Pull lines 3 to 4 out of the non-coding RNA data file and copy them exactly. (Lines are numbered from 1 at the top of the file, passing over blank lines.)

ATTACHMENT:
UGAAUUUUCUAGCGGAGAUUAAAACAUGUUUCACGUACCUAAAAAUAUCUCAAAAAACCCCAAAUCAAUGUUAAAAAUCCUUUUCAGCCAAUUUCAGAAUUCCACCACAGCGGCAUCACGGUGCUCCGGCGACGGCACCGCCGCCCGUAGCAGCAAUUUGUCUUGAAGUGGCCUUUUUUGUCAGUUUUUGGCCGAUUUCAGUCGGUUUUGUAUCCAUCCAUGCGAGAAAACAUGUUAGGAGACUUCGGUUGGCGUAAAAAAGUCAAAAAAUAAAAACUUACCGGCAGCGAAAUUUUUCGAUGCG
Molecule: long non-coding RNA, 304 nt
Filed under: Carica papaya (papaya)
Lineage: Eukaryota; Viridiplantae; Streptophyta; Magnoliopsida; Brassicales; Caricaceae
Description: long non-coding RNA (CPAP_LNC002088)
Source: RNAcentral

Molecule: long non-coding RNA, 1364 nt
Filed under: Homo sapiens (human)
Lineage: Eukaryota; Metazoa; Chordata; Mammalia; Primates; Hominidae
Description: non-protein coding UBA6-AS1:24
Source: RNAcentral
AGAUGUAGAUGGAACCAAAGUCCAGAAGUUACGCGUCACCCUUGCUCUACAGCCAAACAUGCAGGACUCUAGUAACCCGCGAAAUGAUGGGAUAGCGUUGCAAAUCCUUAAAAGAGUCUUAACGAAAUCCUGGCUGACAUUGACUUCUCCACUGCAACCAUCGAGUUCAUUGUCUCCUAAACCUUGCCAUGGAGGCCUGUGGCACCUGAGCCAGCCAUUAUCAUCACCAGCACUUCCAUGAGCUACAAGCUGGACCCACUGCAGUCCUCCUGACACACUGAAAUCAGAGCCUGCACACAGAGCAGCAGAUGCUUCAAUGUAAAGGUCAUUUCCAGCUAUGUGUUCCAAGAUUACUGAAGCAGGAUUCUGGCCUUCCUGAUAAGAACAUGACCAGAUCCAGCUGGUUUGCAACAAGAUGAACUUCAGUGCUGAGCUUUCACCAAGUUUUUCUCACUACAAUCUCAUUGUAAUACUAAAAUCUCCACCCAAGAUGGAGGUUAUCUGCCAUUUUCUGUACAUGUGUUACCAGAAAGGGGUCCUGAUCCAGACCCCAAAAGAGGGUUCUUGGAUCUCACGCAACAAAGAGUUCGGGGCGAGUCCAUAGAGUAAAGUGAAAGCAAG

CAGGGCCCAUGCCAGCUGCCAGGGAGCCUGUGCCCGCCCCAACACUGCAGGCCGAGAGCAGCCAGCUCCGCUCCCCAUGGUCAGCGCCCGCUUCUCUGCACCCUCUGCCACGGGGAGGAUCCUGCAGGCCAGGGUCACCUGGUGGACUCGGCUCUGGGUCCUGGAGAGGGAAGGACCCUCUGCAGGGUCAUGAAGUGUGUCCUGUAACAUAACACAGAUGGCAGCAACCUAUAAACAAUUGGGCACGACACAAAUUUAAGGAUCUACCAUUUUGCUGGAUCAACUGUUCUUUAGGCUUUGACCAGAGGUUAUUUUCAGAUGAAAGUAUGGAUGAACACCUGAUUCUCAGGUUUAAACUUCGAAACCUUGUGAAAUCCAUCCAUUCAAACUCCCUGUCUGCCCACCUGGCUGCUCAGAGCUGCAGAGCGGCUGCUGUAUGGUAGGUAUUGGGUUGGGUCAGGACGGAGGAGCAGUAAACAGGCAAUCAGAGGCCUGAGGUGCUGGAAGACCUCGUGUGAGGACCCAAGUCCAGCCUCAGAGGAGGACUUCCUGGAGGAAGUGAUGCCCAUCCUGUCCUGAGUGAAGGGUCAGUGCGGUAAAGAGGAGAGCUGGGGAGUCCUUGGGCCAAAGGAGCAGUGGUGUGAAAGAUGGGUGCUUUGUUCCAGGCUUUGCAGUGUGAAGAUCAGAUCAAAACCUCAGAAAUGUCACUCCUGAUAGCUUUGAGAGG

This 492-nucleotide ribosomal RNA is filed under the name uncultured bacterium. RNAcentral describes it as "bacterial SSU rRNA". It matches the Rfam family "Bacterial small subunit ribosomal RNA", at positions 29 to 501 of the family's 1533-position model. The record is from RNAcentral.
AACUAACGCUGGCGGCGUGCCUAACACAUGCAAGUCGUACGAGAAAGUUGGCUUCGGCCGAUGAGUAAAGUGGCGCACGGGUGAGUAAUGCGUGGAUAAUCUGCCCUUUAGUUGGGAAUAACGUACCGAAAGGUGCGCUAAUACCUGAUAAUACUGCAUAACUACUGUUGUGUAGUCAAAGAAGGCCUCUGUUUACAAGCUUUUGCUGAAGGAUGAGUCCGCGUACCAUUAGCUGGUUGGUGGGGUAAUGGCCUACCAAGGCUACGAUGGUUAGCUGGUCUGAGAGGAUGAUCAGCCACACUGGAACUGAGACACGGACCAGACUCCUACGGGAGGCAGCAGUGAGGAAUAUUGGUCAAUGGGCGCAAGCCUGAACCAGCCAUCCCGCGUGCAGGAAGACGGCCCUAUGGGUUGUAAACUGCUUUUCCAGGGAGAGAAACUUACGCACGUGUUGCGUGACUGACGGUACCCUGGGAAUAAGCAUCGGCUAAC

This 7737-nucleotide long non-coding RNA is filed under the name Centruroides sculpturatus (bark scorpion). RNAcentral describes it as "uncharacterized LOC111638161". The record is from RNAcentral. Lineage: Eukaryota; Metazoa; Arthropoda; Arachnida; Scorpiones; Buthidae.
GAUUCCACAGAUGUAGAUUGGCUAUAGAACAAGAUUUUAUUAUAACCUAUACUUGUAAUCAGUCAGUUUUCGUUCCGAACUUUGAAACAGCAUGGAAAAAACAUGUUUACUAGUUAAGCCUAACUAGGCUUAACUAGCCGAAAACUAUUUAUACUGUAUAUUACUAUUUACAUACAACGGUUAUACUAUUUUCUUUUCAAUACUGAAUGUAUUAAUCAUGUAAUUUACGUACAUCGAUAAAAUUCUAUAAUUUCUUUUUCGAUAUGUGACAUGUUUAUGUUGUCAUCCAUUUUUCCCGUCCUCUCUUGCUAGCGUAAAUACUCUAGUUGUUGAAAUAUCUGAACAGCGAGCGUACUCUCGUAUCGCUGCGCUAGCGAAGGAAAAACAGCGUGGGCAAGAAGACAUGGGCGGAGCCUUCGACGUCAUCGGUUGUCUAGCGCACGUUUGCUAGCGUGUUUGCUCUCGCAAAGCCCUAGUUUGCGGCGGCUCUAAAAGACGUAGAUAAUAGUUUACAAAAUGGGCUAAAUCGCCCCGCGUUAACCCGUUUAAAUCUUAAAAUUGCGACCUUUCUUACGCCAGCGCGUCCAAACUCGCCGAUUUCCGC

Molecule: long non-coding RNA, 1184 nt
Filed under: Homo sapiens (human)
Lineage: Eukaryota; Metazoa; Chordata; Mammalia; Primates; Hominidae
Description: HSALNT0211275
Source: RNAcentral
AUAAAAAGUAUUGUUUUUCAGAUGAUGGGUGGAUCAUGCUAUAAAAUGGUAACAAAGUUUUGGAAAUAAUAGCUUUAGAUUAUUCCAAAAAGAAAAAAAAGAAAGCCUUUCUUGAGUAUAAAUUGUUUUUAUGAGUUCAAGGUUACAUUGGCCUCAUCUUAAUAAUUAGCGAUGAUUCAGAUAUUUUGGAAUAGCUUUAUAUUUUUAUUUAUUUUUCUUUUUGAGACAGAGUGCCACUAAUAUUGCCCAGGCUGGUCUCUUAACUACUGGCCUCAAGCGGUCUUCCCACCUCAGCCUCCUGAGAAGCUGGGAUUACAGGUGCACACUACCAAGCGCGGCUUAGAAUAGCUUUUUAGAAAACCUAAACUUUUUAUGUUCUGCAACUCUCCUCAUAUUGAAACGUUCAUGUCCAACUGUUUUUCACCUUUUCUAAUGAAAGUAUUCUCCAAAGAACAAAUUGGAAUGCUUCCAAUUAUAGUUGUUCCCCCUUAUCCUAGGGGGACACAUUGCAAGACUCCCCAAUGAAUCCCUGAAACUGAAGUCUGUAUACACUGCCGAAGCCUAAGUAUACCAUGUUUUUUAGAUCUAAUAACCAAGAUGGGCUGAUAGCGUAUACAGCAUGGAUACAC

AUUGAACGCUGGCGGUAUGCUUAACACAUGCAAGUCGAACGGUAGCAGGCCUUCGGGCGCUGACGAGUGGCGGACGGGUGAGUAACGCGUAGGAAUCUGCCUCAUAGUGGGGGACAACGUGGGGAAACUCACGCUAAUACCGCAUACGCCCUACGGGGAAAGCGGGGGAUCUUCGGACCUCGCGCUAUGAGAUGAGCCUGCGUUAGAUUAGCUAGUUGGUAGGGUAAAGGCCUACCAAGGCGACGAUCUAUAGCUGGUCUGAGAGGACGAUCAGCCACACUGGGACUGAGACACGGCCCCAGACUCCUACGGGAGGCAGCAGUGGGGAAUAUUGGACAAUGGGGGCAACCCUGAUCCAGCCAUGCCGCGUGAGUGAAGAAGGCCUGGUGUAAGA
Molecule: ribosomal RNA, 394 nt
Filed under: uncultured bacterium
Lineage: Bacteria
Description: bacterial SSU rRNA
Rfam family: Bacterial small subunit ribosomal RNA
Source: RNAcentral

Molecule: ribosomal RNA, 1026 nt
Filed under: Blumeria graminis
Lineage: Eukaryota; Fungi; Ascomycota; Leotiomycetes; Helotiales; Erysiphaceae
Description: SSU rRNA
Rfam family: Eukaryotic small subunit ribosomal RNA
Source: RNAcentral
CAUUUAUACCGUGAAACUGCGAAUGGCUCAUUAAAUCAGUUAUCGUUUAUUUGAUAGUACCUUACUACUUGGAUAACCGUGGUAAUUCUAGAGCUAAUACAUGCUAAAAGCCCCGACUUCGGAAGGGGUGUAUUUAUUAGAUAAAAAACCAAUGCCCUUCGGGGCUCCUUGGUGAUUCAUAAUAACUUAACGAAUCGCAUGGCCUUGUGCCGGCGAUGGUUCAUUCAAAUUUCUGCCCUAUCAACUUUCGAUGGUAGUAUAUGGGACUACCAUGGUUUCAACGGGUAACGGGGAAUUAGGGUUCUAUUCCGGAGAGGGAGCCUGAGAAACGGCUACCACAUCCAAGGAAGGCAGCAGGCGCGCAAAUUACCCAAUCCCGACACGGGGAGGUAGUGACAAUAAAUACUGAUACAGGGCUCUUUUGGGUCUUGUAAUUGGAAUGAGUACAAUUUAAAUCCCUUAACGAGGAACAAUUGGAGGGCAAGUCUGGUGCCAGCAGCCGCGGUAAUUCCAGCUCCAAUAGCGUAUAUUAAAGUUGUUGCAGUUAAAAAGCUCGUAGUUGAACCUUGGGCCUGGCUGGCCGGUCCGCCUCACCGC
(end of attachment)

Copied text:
Filed under: Carica papaya (papaya)
Lineage: Eukaryota; Viridiplantae; Streptophyta; Magnoliopsida; Brassicales; Caricaceae